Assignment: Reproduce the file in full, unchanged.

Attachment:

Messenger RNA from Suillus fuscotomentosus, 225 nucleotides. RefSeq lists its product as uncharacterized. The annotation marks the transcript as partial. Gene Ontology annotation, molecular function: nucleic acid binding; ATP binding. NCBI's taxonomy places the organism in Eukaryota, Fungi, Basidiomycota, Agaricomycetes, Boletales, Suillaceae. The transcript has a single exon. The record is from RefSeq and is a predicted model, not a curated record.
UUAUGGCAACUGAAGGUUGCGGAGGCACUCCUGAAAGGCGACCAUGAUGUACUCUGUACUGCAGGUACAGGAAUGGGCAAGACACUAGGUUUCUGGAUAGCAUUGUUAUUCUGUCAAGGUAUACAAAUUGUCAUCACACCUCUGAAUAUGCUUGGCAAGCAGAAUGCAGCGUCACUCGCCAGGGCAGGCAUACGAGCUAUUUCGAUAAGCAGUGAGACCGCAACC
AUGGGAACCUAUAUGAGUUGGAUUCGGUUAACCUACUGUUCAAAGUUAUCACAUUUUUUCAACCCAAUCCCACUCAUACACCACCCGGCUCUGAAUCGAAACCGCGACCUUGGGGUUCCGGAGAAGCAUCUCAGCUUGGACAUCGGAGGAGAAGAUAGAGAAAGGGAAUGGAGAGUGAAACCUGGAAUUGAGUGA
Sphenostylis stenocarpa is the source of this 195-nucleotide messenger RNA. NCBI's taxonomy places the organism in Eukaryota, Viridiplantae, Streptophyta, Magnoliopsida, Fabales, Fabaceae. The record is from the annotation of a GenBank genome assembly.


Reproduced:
Messenger RNA from Suillus fuscotomentosus, 225 nucleotides. RefSeq lists its product as uncharacterized. The annotation marks the transcript as partial. Gene Ontology annotation, molecular function: nucleic acid binding; ATP binding. NCBI's taxonomy places the organism in Eukaryota, Fungi, Basidiomycota, Agaricomycetes, Boletales, Suillaceae. The transcript has a single exon. The record is from RefSeq and is a predicted model, not a curated record.
UUAUGGCAACUGAAGGUUGCGGAGGCACUCCUGAAAGGCGACCAUGAUGUACUCUGUACUGCAGGUACAGGAAUGGGCAAGACACUAGGUUUCUGGAUAGCAUUGUUAUUCUGUCAAGGUAUACAAAUUGUCAUCACACCUCUGAAUAUGCUUGGCAAGCAGAAUGCAGCGUCACUCGCCAGGGCAGGCAUACGAGCUAUUUCGAUAAGCAGUGAGACCGCAACC
AUGGGAACCUAUAUGAGUUGGAUUCGGUUAACCUACUGUUCAAAGUUAUCACAUUUUUUCAACCCAAUCCCACUCAUACACCACCCGGCUCUGAAUCGAAACCGCGACCUUGGGGUUCCGGAGAAGCAUCUCAGCUUGGACAUCGGAGGAGAAGAUAGAGAAAGGGAAUGGAGAGUGAAACCUGGAAUUGAGUGA
Sphenostylis stenocarpa is the source of this 195-nucleotide messenger RNA. NCBI's taxonomy places the organism in Eukaryota, Viridiplantae, Streptophyta, Magnoliopsida, Fabales, Fabaceae. The record is from the annotation of a GenBank genome assembly.